Obesity in kids is widespread   

Obesity in kids is widespread


Ask a parent to name the greatest health threat to children and you'll hear about drinking or drugs. Rarely will anyone cite obesity-even though it can lead to heart disease, high blood pressure or diabetes.

It's at least as great a risk as smoking, If not greater.

And it's rampant. One child in 5 is overweight, according to the National Institutes of Health. Kids are more than twice as likely to be overweight today than kids were 30 years ago.

Researchers place much of the blame on fast food and a sedentary childhood.

Kids today spend an increasing amount of time watching TV, playing video games or sitting at the computer. Schools have cut back or eliminated physical education classes in favor of more academic subjects.

Busy families often let nutrition slide, as they rely on fast-food meals and junk-food snacks.

Obesity largely stems from a combination of poor eating and exercise habits, so both must be addressed.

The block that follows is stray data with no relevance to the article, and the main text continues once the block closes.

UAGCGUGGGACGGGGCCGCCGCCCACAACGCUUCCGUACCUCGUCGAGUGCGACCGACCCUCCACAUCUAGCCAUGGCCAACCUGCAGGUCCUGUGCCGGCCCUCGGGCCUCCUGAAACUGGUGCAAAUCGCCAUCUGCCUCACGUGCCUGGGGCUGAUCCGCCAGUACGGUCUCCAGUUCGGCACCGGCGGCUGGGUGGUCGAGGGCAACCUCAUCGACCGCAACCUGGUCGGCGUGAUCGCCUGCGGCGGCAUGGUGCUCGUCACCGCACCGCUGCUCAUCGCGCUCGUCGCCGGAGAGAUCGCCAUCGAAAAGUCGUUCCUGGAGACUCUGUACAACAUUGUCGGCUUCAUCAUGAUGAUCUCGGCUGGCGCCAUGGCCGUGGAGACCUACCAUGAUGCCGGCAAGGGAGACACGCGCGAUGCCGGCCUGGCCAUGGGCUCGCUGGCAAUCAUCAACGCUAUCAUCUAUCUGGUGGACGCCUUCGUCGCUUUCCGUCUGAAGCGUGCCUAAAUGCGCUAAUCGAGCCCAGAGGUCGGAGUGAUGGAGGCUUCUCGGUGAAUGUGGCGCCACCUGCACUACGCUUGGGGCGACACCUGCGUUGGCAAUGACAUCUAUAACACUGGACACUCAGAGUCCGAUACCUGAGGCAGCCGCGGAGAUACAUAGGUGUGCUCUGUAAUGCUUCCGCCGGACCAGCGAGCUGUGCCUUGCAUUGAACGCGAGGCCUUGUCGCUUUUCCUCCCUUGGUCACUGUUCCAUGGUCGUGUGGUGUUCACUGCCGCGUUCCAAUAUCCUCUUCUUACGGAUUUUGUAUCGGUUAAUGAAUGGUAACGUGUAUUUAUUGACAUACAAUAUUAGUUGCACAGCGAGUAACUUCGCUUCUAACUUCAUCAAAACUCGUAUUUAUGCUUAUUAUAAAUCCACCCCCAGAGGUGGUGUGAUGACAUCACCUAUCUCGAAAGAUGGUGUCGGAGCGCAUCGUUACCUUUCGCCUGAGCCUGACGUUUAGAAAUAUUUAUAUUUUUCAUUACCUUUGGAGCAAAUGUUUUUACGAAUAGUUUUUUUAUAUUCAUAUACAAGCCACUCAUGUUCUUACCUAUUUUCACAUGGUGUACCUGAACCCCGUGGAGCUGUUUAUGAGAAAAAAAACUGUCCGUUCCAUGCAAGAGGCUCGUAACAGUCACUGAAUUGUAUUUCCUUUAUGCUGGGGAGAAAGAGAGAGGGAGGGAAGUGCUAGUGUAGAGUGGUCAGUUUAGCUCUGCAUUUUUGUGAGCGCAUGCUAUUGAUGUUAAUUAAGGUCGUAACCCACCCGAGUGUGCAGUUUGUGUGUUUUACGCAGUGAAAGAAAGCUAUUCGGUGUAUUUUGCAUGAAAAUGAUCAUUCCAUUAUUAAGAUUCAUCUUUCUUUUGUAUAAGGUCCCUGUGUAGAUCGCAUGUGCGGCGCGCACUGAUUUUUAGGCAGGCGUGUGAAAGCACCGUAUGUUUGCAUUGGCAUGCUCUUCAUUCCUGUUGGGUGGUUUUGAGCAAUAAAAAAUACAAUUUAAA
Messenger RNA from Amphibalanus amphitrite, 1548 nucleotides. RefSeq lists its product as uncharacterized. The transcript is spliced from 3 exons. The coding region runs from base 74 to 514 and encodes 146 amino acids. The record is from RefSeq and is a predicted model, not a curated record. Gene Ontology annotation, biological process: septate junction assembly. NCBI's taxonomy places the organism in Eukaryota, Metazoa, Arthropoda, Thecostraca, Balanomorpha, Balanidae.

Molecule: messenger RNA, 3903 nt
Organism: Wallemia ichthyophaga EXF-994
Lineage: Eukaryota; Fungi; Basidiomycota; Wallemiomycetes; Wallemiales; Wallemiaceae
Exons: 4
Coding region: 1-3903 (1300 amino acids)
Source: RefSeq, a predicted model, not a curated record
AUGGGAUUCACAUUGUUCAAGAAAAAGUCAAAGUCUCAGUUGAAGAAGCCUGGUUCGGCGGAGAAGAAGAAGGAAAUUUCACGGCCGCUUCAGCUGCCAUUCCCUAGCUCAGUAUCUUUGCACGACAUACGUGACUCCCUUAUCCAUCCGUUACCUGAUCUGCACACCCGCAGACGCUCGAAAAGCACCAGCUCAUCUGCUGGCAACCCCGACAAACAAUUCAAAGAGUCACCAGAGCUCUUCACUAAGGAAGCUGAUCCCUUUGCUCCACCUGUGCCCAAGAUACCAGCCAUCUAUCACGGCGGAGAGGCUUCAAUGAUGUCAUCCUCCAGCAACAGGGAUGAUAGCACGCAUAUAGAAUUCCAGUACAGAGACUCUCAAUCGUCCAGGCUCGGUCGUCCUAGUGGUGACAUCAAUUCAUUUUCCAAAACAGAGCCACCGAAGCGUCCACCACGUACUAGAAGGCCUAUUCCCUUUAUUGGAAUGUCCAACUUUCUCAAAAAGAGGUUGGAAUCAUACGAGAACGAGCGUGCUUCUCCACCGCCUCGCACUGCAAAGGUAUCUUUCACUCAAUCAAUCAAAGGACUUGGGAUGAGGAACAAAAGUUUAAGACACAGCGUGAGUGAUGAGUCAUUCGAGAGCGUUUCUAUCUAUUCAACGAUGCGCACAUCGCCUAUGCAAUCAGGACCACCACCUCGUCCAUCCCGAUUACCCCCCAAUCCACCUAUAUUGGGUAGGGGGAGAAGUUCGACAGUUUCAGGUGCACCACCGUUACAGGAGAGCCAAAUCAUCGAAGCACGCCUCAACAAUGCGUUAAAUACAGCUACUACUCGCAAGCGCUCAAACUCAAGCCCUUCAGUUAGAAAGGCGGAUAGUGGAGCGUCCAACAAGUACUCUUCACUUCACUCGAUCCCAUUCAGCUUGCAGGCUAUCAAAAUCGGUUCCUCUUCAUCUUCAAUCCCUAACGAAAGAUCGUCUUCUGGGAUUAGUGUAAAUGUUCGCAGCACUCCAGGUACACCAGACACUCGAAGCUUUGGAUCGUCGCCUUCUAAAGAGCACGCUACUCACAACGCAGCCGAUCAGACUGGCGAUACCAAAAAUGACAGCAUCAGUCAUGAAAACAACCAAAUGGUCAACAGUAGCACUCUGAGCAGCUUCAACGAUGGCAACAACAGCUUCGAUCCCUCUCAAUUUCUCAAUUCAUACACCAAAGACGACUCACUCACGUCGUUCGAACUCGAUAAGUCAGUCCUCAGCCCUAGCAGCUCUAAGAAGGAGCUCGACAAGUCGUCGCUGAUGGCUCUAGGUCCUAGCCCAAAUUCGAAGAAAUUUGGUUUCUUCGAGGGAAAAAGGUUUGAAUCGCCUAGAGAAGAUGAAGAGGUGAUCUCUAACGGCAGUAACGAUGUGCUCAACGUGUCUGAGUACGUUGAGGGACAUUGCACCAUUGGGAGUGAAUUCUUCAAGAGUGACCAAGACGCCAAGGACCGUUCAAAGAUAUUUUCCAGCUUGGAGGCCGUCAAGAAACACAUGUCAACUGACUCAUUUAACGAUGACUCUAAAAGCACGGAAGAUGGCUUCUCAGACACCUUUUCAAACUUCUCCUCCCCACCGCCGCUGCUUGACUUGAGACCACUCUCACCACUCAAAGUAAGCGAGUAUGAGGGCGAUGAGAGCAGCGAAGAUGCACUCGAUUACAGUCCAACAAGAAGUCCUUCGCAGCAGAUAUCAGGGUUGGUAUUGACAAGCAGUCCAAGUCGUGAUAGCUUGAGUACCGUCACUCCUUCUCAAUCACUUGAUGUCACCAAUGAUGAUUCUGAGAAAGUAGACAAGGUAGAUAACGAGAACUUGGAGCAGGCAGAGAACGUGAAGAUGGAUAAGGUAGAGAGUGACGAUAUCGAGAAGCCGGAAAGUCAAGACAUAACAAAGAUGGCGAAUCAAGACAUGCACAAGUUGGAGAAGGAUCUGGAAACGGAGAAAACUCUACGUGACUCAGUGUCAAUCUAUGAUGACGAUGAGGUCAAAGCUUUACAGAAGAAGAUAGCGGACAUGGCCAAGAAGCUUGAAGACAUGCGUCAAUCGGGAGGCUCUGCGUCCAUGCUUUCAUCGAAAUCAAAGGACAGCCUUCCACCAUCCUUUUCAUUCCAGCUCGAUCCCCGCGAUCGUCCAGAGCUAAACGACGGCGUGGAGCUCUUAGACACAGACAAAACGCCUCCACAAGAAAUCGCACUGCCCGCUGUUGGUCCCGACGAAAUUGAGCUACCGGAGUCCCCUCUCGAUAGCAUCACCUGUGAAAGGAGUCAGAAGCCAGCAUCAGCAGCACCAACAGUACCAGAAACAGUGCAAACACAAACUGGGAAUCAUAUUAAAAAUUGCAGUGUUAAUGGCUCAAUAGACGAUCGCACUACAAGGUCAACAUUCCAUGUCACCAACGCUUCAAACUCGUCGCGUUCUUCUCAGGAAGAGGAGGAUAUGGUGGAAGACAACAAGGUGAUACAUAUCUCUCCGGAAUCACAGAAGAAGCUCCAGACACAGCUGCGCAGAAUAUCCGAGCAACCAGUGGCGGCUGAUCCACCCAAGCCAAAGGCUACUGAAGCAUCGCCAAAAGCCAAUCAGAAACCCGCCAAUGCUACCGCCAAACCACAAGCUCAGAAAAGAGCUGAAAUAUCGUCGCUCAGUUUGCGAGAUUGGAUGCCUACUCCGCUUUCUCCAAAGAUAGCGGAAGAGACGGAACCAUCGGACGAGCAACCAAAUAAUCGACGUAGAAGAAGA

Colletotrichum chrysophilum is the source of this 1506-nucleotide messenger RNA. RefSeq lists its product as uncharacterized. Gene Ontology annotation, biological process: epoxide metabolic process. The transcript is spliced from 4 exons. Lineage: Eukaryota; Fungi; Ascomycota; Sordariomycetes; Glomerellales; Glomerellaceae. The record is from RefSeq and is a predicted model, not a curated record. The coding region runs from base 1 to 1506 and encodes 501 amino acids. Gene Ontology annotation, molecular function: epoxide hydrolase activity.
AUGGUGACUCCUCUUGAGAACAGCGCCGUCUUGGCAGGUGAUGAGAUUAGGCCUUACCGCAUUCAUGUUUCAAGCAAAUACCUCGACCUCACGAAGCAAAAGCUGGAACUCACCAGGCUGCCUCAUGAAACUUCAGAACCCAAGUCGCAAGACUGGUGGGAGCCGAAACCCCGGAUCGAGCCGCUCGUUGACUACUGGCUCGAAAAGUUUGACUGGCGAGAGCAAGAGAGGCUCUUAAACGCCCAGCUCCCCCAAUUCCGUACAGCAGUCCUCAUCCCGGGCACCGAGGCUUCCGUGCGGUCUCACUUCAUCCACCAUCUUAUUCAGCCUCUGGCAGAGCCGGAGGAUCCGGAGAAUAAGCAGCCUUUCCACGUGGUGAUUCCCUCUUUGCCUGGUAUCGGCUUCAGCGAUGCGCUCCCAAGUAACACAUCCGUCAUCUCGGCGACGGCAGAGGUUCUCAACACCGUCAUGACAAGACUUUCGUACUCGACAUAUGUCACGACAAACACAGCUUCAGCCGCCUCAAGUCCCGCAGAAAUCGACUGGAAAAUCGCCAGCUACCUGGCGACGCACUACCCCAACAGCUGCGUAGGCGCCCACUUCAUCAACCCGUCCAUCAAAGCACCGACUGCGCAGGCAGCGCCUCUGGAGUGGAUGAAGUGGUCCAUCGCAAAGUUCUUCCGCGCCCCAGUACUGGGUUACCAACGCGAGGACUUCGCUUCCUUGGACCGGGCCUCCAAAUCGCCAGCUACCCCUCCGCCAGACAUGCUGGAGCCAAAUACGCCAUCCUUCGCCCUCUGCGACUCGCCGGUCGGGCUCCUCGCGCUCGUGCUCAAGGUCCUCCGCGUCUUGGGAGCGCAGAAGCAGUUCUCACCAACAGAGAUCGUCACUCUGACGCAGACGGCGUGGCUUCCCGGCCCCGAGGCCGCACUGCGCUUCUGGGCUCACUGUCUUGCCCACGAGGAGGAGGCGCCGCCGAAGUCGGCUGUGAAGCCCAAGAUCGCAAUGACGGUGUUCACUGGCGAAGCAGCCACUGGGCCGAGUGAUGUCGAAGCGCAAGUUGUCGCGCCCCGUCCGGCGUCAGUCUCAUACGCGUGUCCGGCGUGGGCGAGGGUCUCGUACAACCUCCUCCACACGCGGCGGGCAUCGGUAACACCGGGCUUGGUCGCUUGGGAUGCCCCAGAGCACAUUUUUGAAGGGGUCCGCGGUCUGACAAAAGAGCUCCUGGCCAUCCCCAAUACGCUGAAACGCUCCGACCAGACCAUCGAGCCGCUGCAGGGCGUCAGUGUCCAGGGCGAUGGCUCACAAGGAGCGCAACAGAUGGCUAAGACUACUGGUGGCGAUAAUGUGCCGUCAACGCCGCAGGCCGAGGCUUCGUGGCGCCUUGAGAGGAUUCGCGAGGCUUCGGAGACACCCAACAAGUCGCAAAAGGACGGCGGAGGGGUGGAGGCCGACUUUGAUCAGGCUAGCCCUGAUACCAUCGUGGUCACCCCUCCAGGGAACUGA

Foundations developed in the early years to determine whether you choose a healthy lifestyle later on.

Here's what you can do about it:
• Set realistic goals. Talk to your pediatrician or family doctor about healthy ways for your child to lose weight.
• Offer healthful snack alternatives. Keep fresh fruit on hand instead of chips.
• Teach moderation. One cookie-not eight-is OK. Don't order your child a super-size fast-food meal.
• Get your child moving. Exercise as a family and encourage your child to be active every day. Build up to 30 minutes of Vigorous activity every day.
• Change habits. Just switching to skim milk can help.
• Start early. About 40 percent of overweight children stay fat as adults. The ratio rises to 75 percent for adolescents.
• Set an example. As a parent, are you eating right and exercising?

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